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AGILE HR: A New Way Of Working
Farid Basir, Chief Human Capital Officer, Telekom Malaysia
Farid Basir, the Chief Human Capital Officer at Telekom Malaysia shares what is required by HR to truly become an agile organisation and what it really means to be agile in today’s world.
1. What is Agile?
Agile is an iterative approach to developing initiatives that are structured around experimentation, integration, and review, and supported by a trusting and collaborative culture of self-organising cross-functional teams. The term ‘Agile’ has predominantly been used in the tech arena, to describe software development and the ability to execute your go-to-market strategy faster by creating a minimum viable product rather than a fully-fledged product that encompasses every user requirement identified. The ultimate value in Agile development is that it enables teams to deliver value faster, with greater quality, predictability and greater aptitude to respond to change
2. What does Agile mean to HR??
As many organizations look to become more agile and customer-centric, HR risks being seen as an internal hurdle to value creation. HR professionals have been searching for a way to meet this challenge.The answer is a more agile HR. Agile has its roots in the software development world, but the mindset and principles of agile are increasingly being tested out in the world of human resources. The implementation of agile methodologies is definitely impacting how organisations work and doesn’t just relate to the tech industry anymore. Agile HR is about reimagining how organizations attract, select, develop, engage and retain talent.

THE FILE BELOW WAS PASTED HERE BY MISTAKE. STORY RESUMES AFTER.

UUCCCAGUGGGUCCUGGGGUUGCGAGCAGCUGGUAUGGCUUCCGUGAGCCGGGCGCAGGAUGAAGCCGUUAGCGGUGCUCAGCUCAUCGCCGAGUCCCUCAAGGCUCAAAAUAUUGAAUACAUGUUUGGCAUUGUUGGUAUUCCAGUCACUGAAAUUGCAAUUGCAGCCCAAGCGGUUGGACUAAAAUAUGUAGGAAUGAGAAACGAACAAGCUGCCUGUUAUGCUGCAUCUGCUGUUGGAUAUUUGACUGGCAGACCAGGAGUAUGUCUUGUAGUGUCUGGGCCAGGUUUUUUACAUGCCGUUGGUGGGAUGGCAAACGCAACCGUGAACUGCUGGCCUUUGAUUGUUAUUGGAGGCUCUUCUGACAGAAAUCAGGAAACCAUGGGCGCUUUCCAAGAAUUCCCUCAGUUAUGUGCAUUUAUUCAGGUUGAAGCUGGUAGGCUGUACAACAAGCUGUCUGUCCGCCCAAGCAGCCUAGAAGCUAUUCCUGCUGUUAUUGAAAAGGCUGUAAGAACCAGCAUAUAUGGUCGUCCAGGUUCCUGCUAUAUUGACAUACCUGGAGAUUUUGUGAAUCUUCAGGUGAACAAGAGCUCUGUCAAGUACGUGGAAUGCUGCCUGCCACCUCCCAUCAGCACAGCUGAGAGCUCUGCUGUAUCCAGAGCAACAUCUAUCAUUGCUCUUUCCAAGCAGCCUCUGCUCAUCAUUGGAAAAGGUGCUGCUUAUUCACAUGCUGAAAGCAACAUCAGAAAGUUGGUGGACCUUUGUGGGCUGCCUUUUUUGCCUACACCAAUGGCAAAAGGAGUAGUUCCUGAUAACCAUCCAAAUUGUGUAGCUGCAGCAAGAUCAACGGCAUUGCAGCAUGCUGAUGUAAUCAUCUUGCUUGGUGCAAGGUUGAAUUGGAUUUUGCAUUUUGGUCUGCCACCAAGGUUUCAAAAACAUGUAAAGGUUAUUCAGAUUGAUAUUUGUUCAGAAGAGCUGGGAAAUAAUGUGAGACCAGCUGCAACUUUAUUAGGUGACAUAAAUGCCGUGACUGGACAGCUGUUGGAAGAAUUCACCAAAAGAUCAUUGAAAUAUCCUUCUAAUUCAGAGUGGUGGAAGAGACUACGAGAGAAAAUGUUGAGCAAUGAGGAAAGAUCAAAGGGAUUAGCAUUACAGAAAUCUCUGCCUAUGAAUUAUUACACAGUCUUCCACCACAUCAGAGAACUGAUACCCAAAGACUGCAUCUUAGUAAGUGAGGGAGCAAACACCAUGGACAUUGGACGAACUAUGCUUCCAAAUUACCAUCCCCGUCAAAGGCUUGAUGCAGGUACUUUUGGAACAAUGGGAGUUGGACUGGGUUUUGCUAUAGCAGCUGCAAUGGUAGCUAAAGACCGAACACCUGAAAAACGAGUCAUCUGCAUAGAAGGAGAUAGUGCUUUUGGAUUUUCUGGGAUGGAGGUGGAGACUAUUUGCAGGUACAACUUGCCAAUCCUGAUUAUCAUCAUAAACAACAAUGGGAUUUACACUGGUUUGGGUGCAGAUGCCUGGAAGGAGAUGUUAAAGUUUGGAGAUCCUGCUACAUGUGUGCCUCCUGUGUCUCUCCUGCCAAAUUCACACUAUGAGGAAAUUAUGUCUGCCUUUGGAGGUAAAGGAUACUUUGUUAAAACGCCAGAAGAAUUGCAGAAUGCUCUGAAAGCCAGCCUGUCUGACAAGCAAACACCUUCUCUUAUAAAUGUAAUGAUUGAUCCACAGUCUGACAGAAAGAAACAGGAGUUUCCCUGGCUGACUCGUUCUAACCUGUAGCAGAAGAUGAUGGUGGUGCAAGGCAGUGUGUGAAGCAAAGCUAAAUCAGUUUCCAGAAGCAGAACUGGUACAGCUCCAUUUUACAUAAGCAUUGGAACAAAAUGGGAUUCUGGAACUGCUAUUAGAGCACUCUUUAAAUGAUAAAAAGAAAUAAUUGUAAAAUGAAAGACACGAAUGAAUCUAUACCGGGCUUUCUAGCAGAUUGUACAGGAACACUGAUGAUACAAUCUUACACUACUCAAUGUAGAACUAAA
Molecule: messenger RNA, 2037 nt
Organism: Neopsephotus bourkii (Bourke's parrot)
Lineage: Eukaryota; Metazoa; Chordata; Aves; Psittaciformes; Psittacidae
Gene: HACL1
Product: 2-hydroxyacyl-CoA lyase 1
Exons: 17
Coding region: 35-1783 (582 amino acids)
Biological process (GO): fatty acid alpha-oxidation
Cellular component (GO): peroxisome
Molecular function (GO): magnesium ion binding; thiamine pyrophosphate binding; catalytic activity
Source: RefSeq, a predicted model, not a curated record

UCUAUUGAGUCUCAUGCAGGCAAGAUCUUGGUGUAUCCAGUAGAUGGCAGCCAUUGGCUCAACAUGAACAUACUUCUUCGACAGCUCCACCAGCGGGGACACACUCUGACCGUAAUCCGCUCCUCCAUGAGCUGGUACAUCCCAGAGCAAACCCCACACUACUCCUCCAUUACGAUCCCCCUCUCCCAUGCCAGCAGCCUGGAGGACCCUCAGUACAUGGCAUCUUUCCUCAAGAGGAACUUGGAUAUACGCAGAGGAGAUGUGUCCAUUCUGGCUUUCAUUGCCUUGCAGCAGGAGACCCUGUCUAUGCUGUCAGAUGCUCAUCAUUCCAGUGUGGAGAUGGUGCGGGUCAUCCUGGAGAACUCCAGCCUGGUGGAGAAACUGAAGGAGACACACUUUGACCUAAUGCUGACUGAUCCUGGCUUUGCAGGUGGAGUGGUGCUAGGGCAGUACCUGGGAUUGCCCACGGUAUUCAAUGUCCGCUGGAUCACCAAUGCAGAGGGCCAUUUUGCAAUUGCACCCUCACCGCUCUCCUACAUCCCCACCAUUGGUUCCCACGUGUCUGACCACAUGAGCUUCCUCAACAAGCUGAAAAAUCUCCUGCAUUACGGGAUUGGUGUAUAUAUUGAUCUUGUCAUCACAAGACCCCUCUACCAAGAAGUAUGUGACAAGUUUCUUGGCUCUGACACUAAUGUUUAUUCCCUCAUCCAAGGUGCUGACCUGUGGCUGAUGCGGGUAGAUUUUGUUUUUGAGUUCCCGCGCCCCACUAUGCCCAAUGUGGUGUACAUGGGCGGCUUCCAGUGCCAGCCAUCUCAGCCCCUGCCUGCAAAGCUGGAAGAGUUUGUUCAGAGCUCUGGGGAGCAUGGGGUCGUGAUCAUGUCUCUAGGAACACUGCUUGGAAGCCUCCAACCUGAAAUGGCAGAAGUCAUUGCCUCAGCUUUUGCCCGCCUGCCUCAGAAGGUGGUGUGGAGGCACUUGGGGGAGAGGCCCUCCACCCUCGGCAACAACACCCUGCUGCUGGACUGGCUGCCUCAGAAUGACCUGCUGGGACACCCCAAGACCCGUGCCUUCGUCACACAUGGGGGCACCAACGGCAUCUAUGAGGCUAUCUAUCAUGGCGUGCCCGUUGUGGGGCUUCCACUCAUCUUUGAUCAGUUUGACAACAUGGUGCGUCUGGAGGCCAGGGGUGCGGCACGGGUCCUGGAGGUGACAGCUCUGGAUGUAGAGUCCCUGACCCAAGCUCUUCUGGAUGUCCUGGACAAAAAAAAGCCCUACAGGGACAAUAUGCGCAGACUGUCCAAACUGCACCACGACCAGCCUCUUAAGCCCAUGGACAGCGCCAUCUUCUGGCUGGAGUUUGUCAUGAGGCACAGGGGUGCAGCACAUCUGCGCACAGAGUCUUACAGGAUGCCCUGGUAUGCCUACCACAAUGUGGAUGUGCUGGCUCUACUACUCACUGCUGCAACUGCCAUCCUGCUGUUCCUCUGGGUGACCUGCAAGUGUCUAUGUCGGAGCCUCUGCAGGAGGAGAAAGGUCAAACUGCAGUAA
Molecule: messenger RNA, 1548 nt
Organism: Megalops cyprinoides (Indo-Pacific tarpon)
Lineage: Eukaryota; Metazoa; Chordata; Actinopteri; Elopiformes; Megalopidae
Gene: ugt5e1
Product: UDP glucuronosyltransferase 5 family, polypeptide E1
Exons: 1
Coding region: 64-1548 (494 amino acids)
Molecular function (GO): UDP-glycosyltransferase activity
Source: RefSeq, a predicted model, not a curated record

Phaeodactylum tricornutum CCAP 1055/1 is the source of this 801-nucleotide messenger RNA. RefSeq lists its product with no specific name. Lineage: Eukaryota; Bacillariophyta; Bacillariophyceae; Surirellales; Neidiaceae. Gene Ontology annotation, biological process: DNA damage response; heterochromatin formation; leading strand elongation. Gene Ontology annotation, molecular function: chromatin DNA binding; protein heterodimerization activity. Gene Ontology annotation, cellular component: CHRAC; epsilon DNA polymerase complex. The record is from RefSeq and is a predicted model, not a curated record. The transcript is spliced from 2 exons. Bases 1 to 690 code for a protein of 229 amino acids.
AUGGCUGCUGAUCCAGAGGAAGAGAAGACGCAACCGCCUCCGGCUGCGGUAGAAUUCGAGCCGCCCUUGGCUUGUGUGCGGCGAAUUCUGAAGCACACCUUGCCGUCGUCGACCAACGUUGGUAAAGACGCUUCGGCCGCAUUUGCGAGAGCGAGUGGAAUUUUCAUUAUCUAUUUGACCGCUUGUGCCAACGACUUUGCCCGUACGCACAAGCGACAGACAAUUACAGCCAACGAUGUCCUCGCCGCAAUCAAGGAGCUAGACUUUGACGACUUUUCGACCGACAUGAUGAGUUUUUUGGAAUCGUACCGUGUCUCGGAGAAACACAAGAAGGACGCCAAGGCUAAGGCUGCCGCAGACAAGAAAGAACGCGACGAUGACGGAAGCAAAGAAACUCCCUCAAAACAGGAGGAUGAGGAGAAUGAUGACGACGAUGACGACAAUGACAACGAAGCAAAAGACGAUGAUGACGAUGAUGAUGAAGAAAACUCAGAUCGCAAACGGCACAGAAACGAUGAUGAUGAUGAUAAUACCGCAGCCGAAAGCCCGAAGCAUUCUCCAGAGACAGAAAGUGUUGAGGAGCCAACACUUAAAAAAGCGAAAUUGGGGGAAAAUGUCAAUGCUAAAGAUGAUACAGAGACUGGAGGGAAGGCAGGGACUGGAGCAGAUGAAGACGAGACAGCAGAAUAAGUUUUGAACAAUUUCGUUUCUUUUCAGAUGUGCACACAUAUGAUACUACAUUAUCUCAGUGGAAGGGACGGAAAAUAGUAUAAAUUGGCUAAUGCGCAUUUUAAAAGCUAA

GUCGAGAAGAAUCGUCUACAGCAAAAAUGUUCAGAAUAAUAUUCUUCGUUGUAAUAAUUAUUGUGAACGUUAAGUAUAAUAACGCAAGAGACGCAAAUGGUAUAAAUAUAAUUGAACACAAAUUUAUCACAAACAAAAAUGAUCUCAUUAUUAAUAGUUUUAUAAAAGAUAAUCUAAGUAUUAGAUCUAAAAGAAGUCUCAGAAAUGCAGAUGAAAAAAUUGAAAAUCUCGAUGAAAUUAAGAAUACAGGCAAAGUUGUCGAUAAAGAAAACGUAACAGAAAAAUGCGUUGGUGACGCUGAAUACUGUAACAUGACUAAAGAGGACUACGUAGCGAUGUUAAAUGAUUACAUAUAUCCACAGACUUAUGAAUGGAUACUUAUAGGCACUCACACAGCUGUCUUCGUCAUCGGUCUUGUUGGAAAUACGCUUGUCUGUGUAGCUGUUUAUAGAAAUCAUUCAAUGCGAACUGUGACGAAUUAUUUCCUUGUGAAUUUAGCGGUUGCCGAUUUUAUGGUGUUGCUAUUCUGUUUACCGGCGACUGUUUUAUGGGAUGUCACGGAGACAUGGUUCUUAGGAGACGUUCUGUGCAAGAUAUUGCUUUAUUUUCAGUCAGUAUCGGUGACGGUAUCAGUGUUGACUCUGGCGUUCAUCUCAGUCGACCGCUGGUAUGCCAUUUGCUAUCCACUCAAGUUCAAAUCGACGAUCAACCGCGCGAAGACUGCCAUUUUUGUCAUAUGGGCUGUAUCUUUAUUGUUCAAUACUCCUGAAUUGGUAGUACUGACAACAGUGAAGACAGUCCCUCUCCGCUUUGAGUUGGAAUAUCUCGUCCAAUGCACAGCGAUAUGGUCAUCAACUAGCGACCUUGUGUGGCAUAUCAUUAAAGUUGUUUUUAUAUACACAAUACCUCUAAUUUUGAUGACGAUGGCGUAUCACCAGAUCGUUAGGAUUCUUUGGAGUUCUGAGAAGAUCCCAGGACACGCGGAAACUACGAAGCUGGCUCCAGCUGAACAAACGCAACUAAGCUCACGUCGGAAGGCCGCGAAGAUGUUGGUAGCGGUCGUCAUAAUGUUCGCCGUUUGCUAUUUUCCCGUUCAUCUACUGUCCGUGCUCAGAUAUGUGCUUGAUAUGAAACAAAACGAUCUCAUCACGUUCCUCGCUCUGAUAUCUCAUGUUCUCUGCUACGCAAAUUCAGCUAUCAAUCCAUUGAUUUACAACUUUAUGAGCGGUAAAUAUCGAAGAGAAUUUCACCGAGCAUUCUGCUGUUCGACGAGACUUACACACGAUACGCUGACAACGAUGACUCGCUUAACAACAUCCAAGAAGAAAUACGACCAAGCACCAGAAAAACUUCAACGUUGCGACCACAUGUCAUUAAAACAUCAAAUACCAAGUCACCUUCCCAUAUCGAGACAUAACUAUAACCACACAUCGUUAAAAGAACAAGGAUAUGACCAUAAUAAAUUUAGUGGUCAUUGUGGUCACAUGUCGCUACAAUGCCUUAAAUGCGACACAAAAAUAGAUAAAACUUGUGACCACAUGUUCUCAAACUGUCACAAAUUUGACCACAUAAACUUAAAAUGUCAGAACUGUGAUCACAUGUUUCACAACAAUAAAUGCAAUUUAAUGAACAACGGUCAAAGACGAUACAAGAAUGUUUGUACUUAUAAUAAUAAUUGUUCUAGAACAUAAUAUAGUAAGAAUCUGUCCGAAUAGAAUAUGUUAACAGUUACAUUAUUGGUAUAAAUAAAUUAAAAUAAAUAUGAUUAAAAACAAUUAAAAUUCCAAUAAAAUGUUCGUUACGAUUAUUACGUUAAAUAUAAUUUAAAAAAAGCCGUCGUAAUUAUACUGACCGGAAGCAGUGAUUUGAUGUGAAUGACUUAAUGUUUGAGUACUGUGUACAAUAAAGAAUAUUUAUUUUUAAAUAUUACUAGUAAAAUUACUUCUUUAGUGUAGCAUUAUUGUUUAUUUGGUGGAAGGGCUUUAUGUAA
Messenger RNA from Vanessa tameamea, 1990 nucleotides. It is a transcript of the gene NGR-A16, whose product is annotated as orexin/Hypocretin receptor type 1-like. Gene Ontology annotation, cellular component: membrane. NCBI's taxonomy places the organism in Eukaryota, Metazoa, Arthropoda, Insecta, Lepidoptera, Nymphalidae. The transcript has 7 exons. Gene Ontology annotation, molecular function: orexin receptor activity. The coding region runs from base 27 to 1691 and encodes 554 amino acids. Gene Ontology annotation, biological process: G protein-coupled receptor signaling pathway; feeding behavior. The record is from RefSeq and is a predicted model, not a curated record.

A lot of HR professionals use the term “Agile” metaphorically. They don't really understand that there is a specific methodology that is associated with it and there are some tools that are enabling agility in organisations that need to be introduced before we even start talking about agility. So, agility for organisations and HR means a lot more than just being nimble and responsive. Scrum and Kanban are two of the most widely used Agile methodologies, and ones we’re beginning to see more frequently used in HR.
As businesses continue to move toward more challenging and unprecedented times as we experience by COVID-19 Pandemic, it is critical for HR functions to be able to adapt and embrace the changing needs of the business and the talent market. And as we know, having an agile HR model not only enable the allocation of resources to business priorities but it also increases business focus, efficiency and effectiveness.
3. What was the key business driver in the implementation of an organisation-wide Agile HR model?
Operating in a highly competitive and dynamic telecommunication industry, TM is undergoing a transformation in its business and organisation. This transformation demands HR to play an active role and in order to drive HR’s capability to support the Company transformation, in October 2019 we embarked on a new operating model based on the Agile way of working. This also gives us the ability to be more customer centric, fast to adapt and learn.
4. What does the term agile HR mean to you and your organisation, in terms of the objectives or pillars that you set out to achieve?
Agile HR to us means three things, namely a new way of organising, a new way of working and a new way of decision making.
A new way of organising
Instead of purely separated by functions, there are now many more cross-functional teams (squads) aligned to business priorities. These squads are accountable for the outcome, and are evaluated on customer centric and business measures.